Cinenova presents The Work We Share: a national public programme of newly digitised films from the Cinenova collection addressing representations of gender, race, sexuality, health and community. The films are captioned by Collective Text, and supported by response commissions from contemporary artists and writers.
The Work We Share gathers a number of films which previously existed in precarious conditions; in some cases, with negatives being lost or distribution film prints being the only copy. This programme intends to acknowledge our interdependency: from organisation, to filmmakers, cultural workers, communities, and individuals. How can we acknowledge our interdependent relationships? How can we recognise our place in a network of communications, relationships and resources, particularly as an un-funded volunteer organisation? What different strains of labour does our work rely on? How do we sustain this work mutually?
The digitised films include Back Inside Herself by S. Pearl Sharp, A Place of Rage by Pratibha Parmar, Now Pretend by L.Franklin Gilliam, A Song of Ceylon by Laleen Jayamanne, Loss of Heat by Noski Deville, A Prayer before Birth by Jacqui Duckworth, A Question of Choice by Sheffield Film Co-op, Sweet Sugar Rage by Sistren Theatre Collective, Scuola Senza Fine by Adriana Monti, and Women of the Rhondda by Esther Ronay, Mary Kelly, Mary Capps, Humphrey Trevelyan, Margaret Dickinson, Brigid Seagrave and Susan Shapiro.
With the ambition of encouraging a dialogue between a range of works across time and space, we invited artists and writers to respond to each film through a variety of mediums. The programme includes response commissions from Sarah Lasoye, Taylor Le Melle, Onyeka Igwe, Natasha Ruwona, Nicola Singh, Nat Raha, Annie Goh, Carolina Ongaro, Umulkhayr Mohamed, and others.
The programme will tour the UK in 2021-2022 at partner organisations including Kettles Yard, Pavilion, Spike Island, Brighton CCA, Modern Art Oxford, Site Gallery, Grand Union, Open School East, and Rule of Threes. A weekend of film screenings will also take place in London at the ICA in collaboration with The Essay Film Festival.
A number of community workshops will support the screening programme, to continue a commitment of feminist filmmaking as a tool and framework for community cohesion, consciousness-raising and anti-racist education.
S. Pearl Sharp’s Back Inside Herself has already screened at Berwick Film and Media Arts Festival 2021, alongside Sarah Lasoye’s response commission ‘On the Inside’. In addition, L.Franklin Gilliam’s Now Pretend has screened at Pavilion in February 2022, alongside a response commission by Onyeka Igwe in the form of a short essay and a soundscape. These response commissions will be made available in an online platform in Spring 2022.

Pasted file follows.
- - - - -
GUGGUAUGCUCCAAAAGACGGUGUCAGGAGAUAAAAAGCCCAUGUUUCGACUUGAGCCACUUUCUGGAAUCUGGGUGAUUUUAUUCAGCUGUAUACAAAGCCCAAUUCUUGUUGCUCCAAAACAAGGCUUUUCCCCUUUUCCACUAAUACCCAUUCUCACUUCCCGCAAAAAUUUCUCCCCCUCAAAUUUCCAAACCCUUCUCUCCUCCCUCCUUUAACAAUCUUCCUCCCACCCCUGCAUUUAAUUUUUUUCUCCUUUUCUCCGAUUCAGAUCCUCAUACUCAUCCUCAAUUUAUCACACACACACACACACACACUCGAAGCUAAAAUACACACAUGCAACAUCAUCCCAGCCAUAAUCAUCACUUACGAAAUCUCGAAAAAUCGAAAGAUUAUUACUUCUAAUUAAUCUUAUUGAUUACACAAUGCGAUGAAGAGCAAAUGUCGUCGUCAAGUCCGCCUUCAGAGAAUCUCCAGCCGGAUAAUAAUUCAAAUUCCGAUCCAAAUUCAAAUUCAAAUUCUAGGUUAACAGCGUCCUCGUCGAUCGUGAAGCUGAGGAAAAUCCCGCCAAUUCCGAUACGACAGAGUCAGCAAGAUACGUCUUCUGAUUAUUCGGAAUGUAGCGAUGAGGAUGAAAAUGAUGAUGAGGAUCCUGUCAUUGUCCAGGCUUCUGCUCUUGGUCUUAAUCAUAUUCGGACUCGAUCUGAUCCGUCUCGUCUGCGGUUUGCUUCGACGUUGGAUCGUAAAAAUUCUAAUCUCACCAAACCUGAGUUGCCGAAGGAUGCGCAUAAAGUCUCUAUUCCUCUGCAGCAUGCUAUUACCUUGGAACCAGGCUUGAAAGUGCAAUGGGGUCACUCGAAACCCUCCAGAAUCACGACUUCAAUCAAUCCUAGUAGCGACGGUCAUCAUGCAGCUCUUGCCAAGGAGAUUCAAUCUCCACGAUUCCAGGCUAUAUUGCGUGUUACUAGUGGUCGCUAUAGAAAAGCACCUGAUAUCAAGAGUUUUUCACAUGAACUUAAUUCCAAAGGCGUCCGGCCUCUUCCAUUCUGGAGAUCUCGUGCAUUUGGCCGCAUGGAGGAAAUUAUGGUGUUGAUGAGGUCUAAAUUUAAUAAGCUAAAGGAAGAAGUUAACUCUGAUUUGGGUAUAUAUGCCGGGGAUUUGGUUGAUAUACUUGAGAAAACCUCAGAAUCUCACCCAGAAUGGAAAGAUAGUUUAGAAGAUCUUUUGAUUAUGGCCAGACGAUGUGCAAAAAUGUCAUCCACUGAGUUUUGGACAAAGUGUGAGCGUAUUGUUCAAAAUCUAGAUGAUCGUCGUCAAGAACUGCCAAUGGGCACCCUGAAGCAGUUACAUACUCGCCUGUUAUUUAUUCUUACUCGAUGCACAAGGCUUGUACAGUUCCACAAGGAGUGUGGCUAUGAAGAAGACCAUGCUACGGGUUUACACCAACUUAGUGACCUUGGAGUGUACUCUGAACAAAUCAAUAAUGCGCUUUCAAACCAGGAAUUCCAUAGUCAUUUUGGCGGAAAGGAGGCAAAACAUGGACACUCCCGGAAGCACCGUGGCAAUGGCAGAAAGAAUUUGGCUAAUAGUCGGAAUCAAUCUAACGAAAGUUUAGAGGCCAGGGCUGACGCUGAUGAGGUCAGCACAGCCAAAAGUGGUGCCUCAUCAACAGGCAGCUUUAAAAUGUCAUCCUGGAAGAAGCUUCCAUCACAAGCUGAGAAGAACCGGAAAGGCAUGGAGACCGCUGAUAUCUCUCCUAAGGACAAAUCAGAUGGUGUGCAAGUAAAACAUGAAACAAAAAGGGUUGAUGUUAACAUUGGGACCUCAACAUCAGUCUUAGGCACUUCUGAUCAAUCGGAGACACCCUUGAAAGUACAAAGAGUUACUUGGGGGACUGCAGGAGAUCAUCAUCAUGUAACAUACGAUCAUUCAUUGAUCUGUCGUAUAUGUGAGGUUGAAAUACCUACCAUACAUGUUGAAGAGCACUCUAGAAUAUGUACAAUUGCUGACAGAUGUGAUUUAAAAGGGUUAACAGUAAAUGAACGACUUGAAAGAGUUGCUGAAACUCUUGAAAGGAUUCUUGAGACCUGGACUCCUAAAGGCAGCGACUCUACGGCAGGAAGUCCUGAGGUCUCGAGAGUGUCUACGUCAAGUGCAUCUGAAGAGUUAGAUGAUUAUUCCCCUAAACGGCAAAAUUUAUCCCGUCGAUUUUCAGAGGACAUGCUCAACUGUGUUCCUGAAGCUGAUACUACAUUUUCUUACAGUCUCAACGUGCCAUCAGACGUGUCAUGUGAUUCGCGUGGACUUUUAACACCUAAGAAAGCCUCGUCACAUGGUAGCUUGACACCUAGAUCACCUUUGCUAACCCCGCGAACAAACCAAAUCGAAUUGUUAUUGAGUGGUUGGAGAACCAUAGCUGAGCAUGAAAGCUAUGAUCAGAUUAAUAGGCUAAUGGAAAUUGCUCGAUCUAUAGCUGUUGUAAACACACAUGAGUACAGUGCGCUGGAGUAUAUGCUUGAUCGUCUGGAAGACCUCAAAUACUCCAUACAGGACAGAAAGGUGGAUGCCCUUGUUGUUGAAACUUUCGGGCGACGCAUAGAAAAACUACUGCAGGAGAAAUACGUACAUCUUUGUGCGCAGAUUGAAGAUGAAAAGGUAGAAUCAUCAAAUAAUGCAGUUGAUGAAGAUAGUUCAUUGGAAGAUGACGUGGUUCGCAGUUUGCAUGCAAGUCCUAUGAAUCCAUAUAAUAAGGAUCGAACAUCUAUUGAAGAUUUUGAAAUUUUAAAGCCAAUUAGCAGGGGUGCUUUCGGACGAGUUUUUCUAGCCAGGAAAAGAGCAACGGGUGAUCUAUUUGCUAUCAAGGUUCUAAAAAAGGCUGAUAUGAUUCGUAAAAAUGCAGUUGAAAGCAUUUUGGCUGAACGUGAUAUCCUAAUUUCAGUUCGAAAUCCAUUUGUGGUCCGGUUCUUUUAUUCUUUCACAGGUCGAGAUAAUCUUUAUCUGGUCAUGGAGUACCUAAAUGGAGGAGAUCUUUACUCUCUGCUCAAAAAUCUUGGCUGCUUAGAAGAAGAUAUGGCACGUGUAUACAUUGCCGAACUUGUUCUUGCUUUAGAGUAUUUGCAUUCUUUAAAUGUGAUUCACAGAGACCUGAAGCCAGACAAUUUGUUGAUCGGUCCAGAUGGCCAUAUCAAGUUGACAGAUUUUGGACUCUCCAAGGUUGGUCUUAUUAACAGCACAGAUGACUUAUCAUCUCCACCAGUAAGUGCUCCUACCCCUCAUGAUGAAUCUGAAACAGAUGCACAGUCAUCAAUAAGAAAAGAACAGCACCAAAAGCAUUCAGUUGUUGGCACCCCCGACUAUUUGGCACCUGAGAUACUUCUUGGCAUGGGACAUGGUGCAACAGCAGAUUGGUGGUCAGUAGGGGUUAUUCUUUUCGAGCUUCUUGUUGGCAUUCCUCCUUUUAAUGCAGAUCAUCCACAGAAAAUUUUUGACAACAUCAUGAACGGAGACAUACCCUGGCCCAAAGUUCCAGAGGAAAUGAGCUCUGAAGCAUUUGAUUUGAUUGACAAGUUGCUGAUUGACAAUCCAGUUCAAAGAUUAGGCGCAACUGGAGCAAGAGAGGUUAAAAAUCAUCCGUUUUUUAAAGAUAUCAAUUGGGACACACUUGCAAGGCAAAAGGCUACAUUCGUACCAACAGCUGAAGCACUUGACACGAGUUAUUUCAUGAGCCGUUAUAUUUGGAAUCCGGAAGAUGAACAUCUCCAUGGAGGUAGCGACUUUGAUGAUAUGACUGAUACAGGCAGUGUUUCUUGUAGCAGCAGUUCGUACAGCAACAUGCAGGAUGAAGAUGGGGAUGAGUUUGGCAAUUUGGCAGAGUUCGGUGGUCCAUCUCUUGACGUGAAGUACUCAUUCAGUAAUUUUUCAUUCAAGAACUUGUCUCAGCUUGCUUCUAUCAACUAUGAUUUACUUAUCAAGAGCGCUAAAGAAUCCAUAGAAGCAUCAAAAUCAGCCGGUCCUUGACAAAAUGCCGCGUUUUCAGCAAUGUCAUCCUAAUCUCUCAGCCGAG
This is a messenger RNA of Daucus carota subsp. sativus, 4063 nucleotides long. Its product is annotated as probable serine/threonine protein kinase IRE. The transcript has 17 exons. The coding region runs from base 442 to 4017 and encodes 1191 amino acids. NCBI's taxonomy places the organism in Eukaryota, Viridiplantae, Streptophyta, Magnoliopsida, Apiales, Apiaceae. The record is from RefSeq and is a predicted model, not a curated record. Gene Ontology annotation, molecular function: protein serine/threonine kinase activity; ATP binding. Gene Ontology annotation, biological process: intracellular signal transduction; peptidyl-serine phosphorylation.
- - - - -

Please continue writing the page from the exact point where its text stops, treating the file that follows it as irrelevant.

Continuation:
The Work We Share (full programme)
Essay Film Festival, at ICA, London, 19-20th March
Programme 1, 19 March 4pm
Programme 2, 19 March, 6.30pm
Programme 3, 20 March, 2.45pm
Programme 4, 20 March, 4.30pm
A Prayer Before Birth, with a response commission by Nat Raha
Modern Art Oxford, Oxford
Workshop, 24 March, 4-6pm
Screening, 24 March, 6.30pm
A Song of Ceylon, with a response commission by Natasha Ruwona
Online Screening, 5-10th April
Workshop, Date TBC
Loss of Heat, with a response commission by Nicola Singh
Online Screening, 28th April, part of Front Room Film Club
Screening, 29th April
Workshop, 30 April, Dorset Place
Back Inside Herself, S. Pearl Sharp (USA, 1984, 4 mins)
Pearl’s first film, it is a lyrical visual poem that urges Black women to reject images placed on them by others, and to discover and invent their own identities. Features Barbara-O.
A Place of Rage, Pratibha Parmar (USA/UK, 1991, 54 mins)
Pratibha Parmar weaves the story of the 1960’s civil rights movement and 1980’s LGBT rights movement together in a reminder that the struggle continues because of such leaders. June Jordan’s ‘Poem about Police Violence’ is just one of many moments that still hit home.
Now Pretend, L.Franklin Gilliam (USA, 1991, 10 mins)
Now Pretend is an experimental investigation into the use of race as an arbitrary signifier. Drawing upon language, personal memories and the 1959 text, Black Like Me, it deals with Lacan’s “mirror stage” theory of self perception and the movement from object to subject.
A Song of Ceylon, Laleen Jayamanne (AU, 1985, 51 mins)
This stylized non-narrative film presents an audio/visual montage of ‘possessed bodies’ by staging and interpreting a Sri Lankan ritual of spirit possession and cure.
Loss of Heat, Noski Deville (UK, 1994, 20 mins)
The film is an evocative portrayal of queer love that challenges preconceived notions on the ‘reality’ of living with the invisible disability of epilepsy. It is a poetic, immersive interpretation exploring the interplay of the emotional and the physical, across boundaries of sexuality, dependence and desire.
A Prayer Before Birth, Jacqui Duckworth (UK, 1991, 20 mins)